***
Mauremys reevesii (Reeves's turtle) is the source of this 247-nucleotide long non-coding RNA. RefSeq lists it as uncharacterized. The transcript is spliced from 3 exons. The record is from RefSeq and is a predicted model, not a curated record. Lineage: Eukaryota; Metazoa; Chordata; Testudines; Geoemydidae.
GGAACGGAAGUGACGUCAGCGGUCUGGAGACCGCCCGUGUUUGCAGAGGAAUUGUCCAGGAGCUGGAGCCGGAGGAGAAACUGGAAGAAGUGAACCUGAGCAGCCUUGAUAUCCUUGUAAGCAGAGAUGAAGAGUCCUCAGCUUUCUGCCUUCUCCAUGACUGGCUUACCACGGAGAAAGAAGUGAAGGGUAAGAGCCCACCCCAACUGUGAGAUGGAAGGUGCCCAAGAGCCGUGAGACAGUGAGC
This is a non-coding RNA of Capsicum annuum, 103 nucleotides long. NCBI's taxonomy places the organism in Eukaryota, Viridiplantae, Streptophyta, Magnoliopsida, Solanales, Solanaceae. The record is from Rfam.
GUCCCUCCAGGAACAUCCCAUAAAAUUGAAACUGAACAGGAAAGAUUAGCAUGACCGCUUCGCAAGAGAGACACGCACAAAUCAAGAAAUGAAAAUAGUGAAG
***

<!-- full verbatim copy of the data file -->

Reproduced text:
Mauremys reevesii (Reeves's turtle) is the source of this 247-nucleotide long non-coding RNA. RefSeq lists it as uncharacterized. The transcript is spliced from 3 exons. The record is from RefSeq and is a predicted model, not a curated record. Lineage: Eukaryota; Metazoa; Chordata; Testudines; Geoemydidae.
GGAACGGAAGUGACGUCAGCGGUCUGGAGACCGCCCGUGUUUGCAGAGGAAUUGUCCAGGAGCUGGAGCCGGAGGAGAAACUGGAAGAAGUGAACCUGAGCAGCCUUGAUAUCCUUGUAAGCAGAGAUGAAGAGUCCUCAGCUUUCUGCCUUCUCCAUGACUGGCUUACCACGGAGAAAGAAGUGAAGGGUAAGAGCCCACCCCAACUGUGAGAUGGAAGGUGCCCAAGAGCCGUGAGACAGUGAGC
This is a non-coding RNA of Capsicum annuum, 103 nucleotides long. NCBI's taxonomy places the organism in Eukaryota, Viridiplantae, Streptophyta, Magnoliopsida, Solanales, Solanaceae. The record is from Rfam.
GUCCCUCCAGGAACAUCCCAUAAAAUUGAAACUGAACAGGAAAGAUUAGCAUGACCGCUUCGCAAGAGAGACACGCACAAAUCAAGAAAUGAAAAUAGUGAAG